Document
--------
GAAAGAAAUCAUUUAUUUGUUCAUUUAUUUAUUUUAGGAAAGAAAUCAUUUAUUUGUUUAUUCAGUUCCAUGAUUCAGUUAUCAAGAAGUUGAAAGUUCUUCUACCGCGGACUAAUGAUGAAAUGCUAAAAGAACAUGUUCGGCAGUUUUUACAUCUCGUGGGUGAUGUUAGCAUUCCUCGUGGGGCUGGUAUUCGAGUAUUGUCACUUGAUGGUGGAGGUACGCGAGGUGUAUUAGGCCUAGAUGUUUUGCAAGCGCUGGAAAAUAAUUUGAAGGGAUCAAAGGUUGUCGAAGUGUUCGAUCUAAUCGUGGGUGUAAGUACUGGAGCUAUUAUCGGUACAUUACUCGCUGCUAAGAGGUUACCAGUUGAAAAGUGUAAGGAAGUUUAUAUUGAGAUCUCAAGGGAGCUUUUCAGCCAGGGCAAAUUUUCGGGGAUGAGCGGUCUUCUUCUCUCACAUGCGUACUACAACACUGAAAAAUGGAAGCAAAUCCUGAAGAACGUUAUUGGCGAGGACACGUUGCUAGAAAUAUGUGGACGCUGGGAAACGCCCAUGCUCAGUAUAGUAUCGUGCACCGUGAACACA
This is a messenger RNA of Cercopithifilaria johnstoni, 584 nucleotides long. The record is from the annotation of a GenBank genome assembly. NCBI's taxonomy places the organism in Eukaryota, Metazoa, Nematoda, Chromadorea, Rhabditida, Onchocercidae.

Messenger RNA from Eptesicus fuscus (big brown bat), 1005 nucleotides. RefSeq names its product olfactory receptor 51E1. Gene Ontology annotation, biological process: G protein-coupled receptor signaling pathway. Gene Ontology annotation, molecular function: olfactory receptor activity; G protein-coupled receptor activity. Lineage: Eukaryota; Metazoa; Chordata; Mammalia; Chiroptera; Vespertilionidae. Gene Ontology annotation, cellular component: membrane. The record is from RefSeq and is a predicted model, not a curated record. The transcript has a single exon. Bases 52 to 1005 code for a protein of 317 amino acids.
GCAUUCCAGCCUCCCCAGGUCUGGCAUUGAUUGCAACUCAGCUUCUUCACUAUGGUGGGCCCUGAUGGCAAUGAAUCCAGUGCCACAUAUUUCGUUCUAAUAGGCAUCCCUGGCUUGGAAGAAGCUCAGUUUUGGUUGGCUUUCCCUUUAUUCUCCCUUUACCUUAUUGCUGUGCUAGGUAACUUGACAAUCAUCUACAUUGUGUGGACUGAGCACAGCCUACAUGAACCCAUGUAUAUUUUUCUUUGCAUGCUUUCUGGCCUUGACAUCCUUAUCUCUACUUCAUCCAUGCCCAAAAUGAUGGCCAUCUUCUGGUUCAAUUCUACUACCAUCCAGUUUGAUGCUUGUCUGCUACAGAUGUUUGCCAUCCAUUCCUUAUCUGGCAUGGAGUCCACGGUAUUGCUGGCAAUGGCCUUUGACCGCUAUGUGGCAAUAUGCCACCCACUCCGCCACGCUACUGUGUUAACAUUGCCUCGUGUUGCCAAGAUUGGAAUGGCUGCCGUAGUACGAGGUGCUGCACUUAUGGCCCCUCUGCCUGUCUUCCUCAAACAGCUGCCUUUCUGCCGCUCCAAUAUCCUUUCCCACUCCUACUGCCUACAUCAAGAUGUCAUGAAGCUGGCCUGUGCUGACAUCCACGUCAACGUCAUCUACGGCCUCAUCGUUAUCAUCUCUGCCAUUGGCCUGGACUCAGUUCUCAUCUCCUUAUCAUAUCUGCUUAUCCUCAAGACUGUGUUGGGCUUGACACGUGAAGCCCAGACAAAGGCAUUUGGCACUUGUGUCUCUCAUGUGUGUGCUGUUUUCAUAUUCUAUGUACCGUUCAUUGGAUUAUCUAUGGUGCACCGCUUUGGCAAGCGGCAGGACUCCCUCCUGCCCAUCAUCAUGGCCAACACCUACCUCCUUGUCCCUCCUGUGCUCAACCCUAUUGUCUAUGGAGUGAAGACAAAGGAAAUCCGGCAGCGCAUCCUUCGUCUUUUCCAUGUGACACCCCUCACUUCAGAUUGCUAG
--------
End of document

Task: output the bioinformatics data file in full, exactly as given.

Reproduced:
GAAAGAAAUCAUUUAUUUGUUCAUUUAUUUAUUUUAGGAAAGAAAUCAUUUAUUUGUUUAUUCAGUUCCAUGAUUCAGUUAUCAAGAAGUUGAAAGUUCUUCUACCGCGGACUAAUGAUGAAAUGCUAAAAGAACAUGUUCGGCAGUUUUUACAUCUCGUGGGUGAUGUUAGCAUUCCUCGUGGGGCUGGUAUUCGAGUAUUGUCACUUGAUGGUGGAGGUACGCGAGGUGUAUUAGGCCUAGAUGUUUUGCAAGCGCUGGAAAAUAAUUUGAAGGGAUCAAAGGUUGUCGAAGUGUUCGAUCUAAUCGUGGGUGUAAGUACUGGAGCUAUUAUCGGUACAUUACUCGCUGCUAAGAGGUUACCAGUUGAAAAGUGUAAGGAAGUUUAUAUUGAGAUCUCAAGGGAGCUUUUCAGCCAGGGCAAAUUUUCGGGGAUGAGCGGUCUUCUUCUCUCACAUGCGUACUACAACACUGAAAAAUGGAAGCAAAUCCUGAAGAACGUUAUUGGCGAGGACACGUUGCUAGAAAUAUGUGGACGCUGGGAAACGCCCAUGCUCAGUAUAGUAUCGUGCACCGUGAACACA
This is a messenger RNA of Cercopithifilaria johnstoni, 584 nucleotides long. The record is from the annotation of a GenBank genome assembly. NCBI's taxonomy places the organism in Eukaryota, Metazoa, Nematoda, Chromadorea, Rhabditida, Onchocercidae.

Messenger RNA from Eptesicus fuscus (big brown bat), 1005 nucleotides. RefSeq names its product olfactory receptor 51E1. Gene Ontology annotation, biological process: G protein-coupled receptor signaling pathway. Gene Ontology annotation, molecular function: olfactory receptor activity; G protein-coupled receptor activity. Lineage: Eukaryota; Metazoa; Chordata; Mammalia; Chiroptera; Vespertilionidae. Gene Ontology annotation, cellular component: membrane. The record is from RefSeq and is a predicted model, not a curated record. The transcript has a single exon. Bases 52 to 1005 code for a protein of 317 amino acids.
GCAUUCCAGCCUCCCCAGGUCUGGCAUUGAUUGCAACUCAGCUUCUUCACUAUGGUGGGCCCUGAUGGCAAUGAAUCCAGUGCCACAUAUUUCGUUCUAAUAGGCAUCCCUGGCUUGGAAGAAGCUCAGUUUUGGUUGGCUUUCCCUUUAUUCUCCCUUUACCUUAUUGCUGUGCUAGGUAACUUGACAAUCAUCUACAUUGUGUGGACUGAGCACAGCCUACAUGAACCCAUGUAUAUUUUUCUUUGCAUGCUUUCUGGCCUUGACAUCCUUAUCUCUACUUCAUCCAUGCCCAAAAUGAUGGCCAUCUUCUGGUUCAAUUCUACUACCAUCCAGUUUGAUGCUUGUCUGCUACAGAUGUUUGCCAUCCAUUCCUUAUCUGGCAUGGAGUCCACGGUAUUGCUGGCAAUGGCCUUUGACCGCUAUGUGGCAAUAUGCCACCCACUCCGCCACGCUACUGUGUUAACAUUGCCUCGUGUUGCCAAGAUUGGAAUGGCUGCCGUAGUACGAGGUGCUGCACUUAUGGCCCCUCUGCCUGUCUUCCUCAAACAGCUGCCUUUCUGCCGCUCCAAUAUCCUUUCCCACUCCUACUGCCUACAUCAAGAUGUCAUGAAGCUGGCCUGUGCUGACAUCCACGUCAACGUCAUCUACGGCCUCAUCGUUAUCAUCUCUGCCAUUGGCCUGGACUCAGUUCUCAUCUCCUUAUCAUAUCUGCUUAUCCUCAAGACUGUGUUGGGCUUGACACGUGAAGCCCAGACAAAGGCAUUUGGCACUUGUGUCUCUCAUGUGUGUGCUGUUUUCAUAUUCUAUGUACCGUUCAUUGGAUUAUCUAUGGUGCACCGCUUUGGCAAGCGGCAGGACUCCCUCCUGCCCAUCAUCAUGGCCAACACCUACCUCCUUGUCCCUCCUGUGCUCAACCCUAUUGUCUAUGGAGUGAAGACAAAGGAAAUCCGGCAGCGCAUCCUUCGUCUUUUCCAUGUGACACCCCUCACUUCAGAUUGCUAG